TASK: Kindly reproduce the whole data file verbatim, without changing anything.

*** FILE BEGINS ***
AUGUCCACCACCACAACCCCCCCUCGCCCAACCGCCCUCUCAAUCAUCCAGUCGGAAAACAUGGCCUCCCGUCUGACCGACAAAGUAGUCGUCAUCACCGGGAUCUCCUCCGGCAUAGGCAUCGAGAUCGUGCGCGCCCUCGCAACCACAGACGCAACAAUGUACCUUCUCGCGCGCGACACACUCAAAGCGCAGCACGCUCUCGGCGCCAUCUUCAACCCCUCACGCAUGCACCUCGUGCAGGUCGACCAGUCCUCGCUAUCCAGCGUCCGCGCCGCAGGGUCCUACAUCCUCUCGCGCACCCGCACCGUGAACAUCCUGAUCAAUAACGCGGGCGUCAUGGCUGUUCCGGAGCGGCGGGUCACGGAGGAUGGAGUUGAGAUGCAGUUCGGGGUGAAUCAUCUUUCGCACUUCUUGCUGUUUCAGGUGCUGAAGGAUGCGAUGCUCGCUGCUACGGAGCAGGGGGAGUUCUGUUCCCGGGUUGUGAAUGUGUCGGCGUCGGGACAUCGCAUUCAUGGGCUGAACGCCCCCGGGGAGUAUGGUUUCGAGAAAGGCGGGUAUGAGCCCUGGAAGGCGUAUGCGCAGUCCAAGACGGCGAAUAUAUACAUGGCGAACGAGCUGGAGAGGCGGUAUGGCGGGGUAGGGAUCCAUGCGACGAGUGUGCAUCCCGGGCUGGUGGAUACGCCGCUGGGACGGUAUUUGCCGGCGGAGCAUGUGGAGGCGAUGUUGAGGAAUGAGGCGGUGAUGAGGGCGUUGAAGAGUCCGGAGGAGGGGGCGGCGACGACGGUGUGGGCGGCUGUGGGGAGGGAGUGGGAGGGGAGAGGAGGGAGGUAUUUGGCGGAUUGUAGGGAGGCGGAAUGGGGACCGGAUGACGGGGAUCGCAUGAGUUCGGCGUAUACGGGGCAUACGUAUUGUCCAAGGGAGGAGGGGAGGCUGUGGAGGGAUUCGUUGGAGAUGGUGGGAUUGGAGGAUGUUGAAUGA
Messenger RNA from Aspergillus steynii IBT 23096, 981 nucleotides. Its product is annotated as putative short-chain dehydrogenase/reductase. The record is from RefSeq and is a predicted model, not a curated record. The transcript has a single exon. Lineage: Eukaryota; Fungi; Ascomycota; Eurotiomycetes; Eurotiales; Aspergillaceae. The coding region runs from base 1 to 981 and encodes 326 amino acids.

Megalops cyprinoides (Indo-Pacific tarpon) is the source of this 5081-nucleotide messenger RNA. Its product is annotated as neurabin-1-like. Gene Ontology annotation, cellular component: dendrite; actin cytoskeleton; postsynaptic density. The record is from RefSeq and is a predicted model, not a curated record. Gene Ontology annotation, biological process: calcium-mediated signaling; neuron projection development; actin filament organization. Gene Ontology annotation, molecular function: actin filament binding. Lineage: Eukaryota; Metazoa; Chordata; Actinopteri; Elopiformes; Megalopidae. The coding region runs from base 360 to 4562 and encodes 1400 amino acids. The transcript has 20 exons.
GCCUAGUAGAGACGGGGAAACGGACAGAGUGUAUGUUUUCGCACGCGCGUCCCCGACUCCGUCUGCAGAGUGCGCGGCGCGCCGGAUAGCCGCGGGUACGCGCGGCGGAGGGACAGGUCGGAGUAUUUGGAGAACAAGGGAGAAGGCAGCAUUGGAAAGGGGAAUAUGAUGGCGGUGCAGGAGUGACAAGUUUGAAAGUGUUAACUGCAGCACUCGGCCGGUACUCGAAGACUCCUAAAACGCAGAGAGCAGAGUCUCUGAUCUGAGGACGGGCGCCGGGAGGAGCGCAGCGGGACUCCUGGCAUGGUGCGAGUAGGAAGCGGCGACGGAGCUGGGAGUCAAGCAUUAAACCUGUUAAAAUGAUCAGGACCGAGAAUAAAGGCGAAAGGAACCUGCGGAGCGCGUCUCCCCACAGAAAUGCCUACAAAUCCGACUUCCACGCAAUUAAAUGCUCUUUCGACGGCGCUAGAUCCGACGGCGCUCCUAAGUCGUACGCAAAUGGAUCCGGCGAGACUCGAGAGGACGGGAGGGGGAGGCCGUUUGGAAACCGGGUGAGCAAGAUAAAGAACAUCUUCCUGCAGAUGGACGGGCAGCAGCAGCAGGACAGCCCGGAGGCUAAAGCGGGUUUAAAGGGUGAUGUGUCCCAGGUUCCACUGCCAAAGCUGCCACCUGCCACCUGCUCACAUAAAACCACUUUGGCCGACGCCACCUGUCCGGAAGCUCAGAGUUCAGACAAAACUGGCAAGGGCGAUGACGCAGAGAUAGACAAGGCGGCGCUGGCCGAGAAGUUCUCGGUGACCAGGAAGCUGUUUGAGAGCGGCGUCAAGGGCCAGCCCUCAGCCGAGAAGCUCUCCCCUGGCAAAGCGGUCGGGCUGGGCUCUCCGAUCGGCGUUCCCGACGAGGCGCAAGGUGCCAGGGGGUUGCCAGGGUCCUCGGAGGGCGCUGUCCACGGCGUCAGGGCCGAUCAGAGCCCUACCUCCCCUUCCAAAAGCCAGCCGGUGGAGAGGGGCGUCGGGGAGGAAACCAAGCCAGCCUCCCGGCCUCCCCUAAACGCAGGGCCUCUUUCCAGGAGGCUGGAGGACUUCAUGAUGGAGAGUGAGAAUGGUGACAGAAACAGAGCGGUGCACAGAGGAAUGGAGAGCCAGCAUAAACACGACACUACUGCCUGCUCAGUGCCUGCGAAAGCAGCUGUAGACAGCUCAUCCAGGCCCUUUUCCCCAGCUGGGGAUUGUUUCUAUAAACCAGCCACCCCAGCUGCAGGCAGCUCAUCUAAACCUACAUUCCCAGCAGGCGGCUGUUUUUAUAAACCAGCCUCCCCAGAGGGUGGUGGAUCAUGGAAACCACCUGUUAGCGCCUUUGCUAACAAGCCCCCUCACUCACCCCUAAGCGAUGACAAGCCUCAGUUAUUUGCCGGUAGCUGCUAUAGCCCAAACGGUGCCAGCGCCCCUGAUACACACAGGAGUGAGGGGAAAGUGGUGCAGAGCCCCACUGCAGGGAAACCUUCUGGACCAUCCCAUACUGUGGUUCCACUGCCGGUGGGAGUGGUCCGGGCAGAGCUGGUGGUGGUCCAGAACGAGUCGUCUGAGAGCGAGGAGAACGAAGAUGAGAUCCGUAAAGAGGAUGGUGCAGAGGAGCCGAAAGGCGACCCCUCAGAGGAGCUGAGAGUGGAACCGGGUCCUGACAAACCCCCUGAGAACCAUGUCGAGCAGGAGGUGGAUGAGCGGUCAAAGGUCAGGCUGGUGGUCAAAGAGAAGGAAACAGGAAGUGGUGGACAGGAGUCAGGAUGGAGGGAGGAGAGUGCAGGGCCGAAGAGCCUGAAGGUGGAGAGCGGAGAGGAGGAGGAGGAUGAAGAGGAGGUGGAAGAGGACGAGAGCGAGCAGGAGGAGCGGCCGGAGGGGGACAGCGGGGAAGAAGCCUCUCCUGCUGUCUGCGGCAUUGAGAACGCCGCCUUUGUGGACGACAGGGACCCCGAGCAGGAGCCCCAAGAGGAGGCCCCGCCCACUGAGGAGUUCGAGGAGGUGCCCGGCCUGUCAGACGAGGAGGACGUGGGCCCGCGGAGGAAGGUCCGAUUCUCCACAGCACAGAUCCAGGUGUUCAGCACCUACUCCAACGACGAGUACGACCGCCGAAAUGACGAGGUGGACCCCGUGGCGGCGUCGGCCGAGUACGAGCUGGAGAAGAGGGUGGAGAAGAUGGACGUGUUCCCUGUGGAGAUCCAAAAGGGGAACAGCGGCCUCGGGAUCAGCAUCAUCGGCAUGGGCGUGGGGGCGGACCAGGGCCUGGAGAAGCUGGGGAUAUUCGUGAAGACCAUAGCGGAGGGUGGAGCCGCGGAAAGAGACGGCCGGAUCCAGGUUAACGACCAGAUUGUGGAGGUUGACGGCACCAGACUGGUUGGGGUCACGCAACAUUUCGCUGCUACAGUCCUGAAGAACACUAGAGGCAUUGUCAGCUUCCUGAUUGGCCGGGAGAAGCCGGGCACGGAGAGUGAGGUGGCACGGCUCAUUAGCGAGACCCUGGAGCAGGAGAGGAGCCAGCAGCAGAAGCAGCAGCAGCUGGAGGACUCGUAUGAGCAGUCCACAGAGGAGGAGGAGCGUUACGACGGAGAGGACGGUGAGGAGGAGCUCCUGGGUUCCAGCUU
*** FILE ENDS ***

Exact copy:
AUGUCCACCACCACAACCCCCCCUCGCCCAACCGCCCUCUCAAUCAUCCAGUCGGAAAACAUGGCCUCCCGUCUGACCGACAAAGUAGUCGUCAUCACCGGGAUCUCCUCCGGCAUAGGCAUCGAGAUCGUGCGCGCCCUCGCAACCACAGACGCAACAAUGUACCUUCUCGCGCGCGACACACUCAAAGCGCAGCACGCUCUCGGCGCCAUCUUCAACCCCUCACGCAUGCACCUCGUGCAGGUCGACCAGUCCUCGCUAUCCAGCGUCCGCGCCGCAGGGUCCUACAUCCUCUCGCGCACCCGCACCGUGAACAUCCUGAUCAAUAACGCGGGCGUCAUGGCUGUUCCGGAGCGGCGGGUCACGGAGGAUGGAGUUGAGAUGCAGUUCGGGGUGAAUCAUCUUUCGCACUUCUUGCUGUUUCAGGUGCUGAAGGAUGCGAUGCUCGCUGCUACGGAGCAGGGGGAGUUCUGUUCCCGGGUUGUGAAUGUGUCGGCGUCGGGACAUCGCAUUCAUGGGCUGAACGCCCCCGGGGAGUAUGGUUUCGAGAAAGGCGGGUAUGAGCCCUGGAAGGCGUAUGCGCAGUCCAAGACGGCGAAUAUAUACAUGGCGAACGAGCUGGAGAGGCGGUAUGGCGGGGUAGGGAUCCAUGCGACGAGUGUGCAUCCCGGGCUGGUGGAUACGCCGCUGGGACGGUAUUUGCCGGCGGAGCAUGUGGAGGCGAUGUUGAGGAAUGAGGCGGUGAUGAGGGCGUUGAAGAGUCCGGAGGAGGGGGCGGCGACGACGGUGUGGGCGGCUGUGGGGAGGGAGUGGGAGGGGAGAGGAGGGAGGUAUUUGGCGGAUUGUAGGGAGGCGGAAUGGGGACCGGAUGACGGGGAUCGCAUGAGUUCGGCGUAUACGGGGCAUACGUAUUGUCCAAGGGAGGAGGGGAGGCUGUGGAGGGAUUCGUUGGAGAUGGUGGGAUUGGAGGAUGUUGAAUGA
Messenger RNA from Aspergillus steynii IBT 23096, 981 nucleotides. Its product is annotated as putative short-chain dehydrogenase/reductase. The record is from RefSeq and is a predicted model, not a curated record. The transcript has a single exon. Lineage: Eukaryota; Fungi; Ascomycota; Eurotiomycetes; Eurotiales; Aspergillaceae. The coding region runs from base 1 to 981 and encodes 326 amino acids.

Megalops cyprinoides (Indo-Pacific tarpon) is the source of this 5081-nucleotide messenger RNA. Its product is annotated as neurabin-1-like. Gene Ontology annotation, cellular component: dendrite; actin cytoskeleton; postsynaptic density. The record is from RefSeq and is a predicted model, not a curated record. Gene Ontology annotation, biological process: calcium-mediated signaling; neuron projection development; actin filament organization. Gene Ontology annotation, molecular function: actin filament binding. Lineage: Eukaryota; Metazoa; Chordata; Actinopteri; Elopiformes; Megalopidae. The coding region runs from base 360 to 4562 and encodes 1400 amino acids. The transcript has 20 exons.
GCCUAGUAGAGACGGGGAAACGGACAGAGUGUAUGUUUUCGCACGCGCGUCCCCGACUCCGUCUGCAGAGUGCGCGGCGCGCCGGAUAGCCGCGGGUACGCGCGGCGGAGGGACAGGUCGGAGUAUUUGGAGAACAAGGGAGAAGGCAGCAUUGGAAAGGGGAAUAUGAUGGCGGUGCAGGAGUGACAAGUUUGAAAGUGUUAACUGCAGCACUCGGCCGGUACUCGAAGACUCCUAAAACGCAGAGAGCAGAGUCUCUGAUCUGAGGACGGGCGCCGGGAGGAGCGCAGCGGGACUCCUGGCAUGGUGCGAGUAGGAAGCGGCGACGGAGCUGGGAGUCAAGCAUUAAACCUGUUAAAAUGAUCAGGACCGAGAAUAAAGGCGAAAGGAACCUGCGGAGCGCGUCUCCCCACAGAAAUGCCUACAAAUCCGACUUCCACGCAAUUAAAUGCUCUUUCGACGGCGCUAGAUCCGACGGCGCUCCUAAGUCGUACGCAAAUGGAUCCGGCGAGACUCGAGAGGACGGGAGGGGGAGGCCGUUUGGAAACCGGGUGAGCAAGAUAAAGAACAUCUUCCUGCAGAUGGACGGGCAGCAGCAGCAGGACAGCCCGGAGGCUAAAGCGGGUUUAAAGGGUGAUGUGUCCCAGGUUCCACUGCCAAAGCUGCCACCUGCCACCUGCUCACAUAAAACCACUUUGGCCGACGCCACCUGUCCGGAAGCUCAGAGUUCAGACAAAACUGGCAAGGGCGAUGACGCAGAGAUAGACAAGGCGGCGCUGGCCGAGAAGUUCUCGGUGACCAGGAAGCUGUUUGAGAGCGGCGUCAAGGGCCAGCCCUCAGCCGAGAAGCUCUCCCCUGGCAAAGCGGUCGGGCUGGGCUCUCCGAUCGGCGUUCCCGACGAGGCGCAAGGUGCCAGGGGGUUGCCAGGGUCCUCGGAGGGCGCUGUCCACGGCGUCAGGGCCGAUCAGAGCCCUACCUCCCCUUCCAAAAGCCAGCCGGUGGAGAGGGGCGUCGGGGAGGAAACCAAGCCAGCCUCCCGGCCUCCCCUAAACGCAGGGCCUCUUUCCAGGAGGCUGGAGGACUUCAUGAUGGAGAGUGAGAAUGGUGACAGAAACAGAGCGGUGCACAGAGGAAUGGAGAGCCAGCAUAAACACGACACUACUGCCUGCUCAGUGCCUGCGAAAGCAGCUGUAGACAGCUCAUCCAGGCCCUUUUCCCCAGCUGGGGAUUGUUUCUAUAAACCAGCCACCCCAGCUGCAGGCAGCUCAUCUAAACCUACAUUCCCAGCAGGCGGCUGUUUUUAUAAACCAGCCUCCCCAGAGGGUGGUGGAUCAUGGAAACCACCUGUUAGCGCCUUUGCUAACAAGCCCCCUCACUCACCCCUAAGCGAUGACAAGCCUCAGUUAUUUGCCGGUAGCUGCUAUAGCCCAAACGGUGCCAGCGCCCCUGAUACACACAGGAGUGAGGGGAAAGUGGUGCAGAGCCCCACUGCAGGGAAACCUUCUGGACCAUCCCAUACUGUGGUUCCACUGCCGGUGGGAGUGGUCCGGGCAGAGCUGGUGGUGGUCCAGAACGAGUCGUCUGAGAGCGAGGAGAACGAAGAUGAGAUCCGUAAAGAGGAUGGUGCAGAGGAGCCGAAAGGCGACCCCUCAGAGGAGCUGAGAGUGGAACCGGGUCCUGACAAACCCCCUGAGAACCAUGUCGAGCAGGAGGUGGAUGAGCGGUCAAAGGUCAGGCUGGUGGUCAAAGAGAAGGAAACAGGAAGUGGUGGACAGGAGUCAGGAUGGAGGGAGGAGAGUGCAGGGCCGAAGAGCCUGAAGGUGGAGAGCGGAGAGGAGGAGGAGGAUGAAGAGGAGGUGGAAGAGGACGAGAGCGAGCAGGAGGAGCGGCCGGAGGGGGACAGCGGGGAAGAAGCCUCUCCUGCUGUCUGCGGCAUUGAGAACGCCGCCUUUGUGGACGACAGGGACCCCGAGCAGGAGCCCCAAGAGGAGGCCCCGCCCACUGAGGAGUUCGAGGAGGUGCCCGGCCUGUCAGACGAGGAGGACGUGGGCCCGCGGAGGAAGGUCCGAUUCUCCACAGCACAGAUCCAGGUGUUCAGCACCUACUCCAACGACGAGUACGACCGCCGAAAUGACGAGGUGGACCCCGUGGCGGCGUCGGCCGAGUACGAGCUGGAGAAGAGGGUGGAGAAGAUGGACGUGUUCCCUGUGGAGAUCCAAAAGGGGAACAGCGGCCUCGGGAUCAGCAUCAUCGGCAUGGGCGUGGGGGCGGACCAGGGCCUGGAGAAGCUGGGGAUAUUCGUGAAGACCAUAGCGGAGGGUGGAGCCGCGGAAAGAGACGGCCGGAUCCAGGUUAACGACCAGAUUGUGGAGGUUGACGGCACCAGACUGGUUGGGGUCACGCAACAUUUCGCUGCUACAGUCCUGAAGAACACUAGAGGCAUUGUCAGCUUCCUGAUUGGCCGGGAGAAGCCGGGCACGGAGAGUGAGGUGGCACGGCUCAUUAGCGAGACCCUGGAGCAGGAGAGGAGCCAGCAGCAGAAGCAGCAGCAGCUGGAGGACUCGUAUGAGCAGUCCACAGAGGAGGAGGAGCGUUACGACGGAGAGGACGGUGAGGAGGAGCUCCUGGGUUCCAGCUU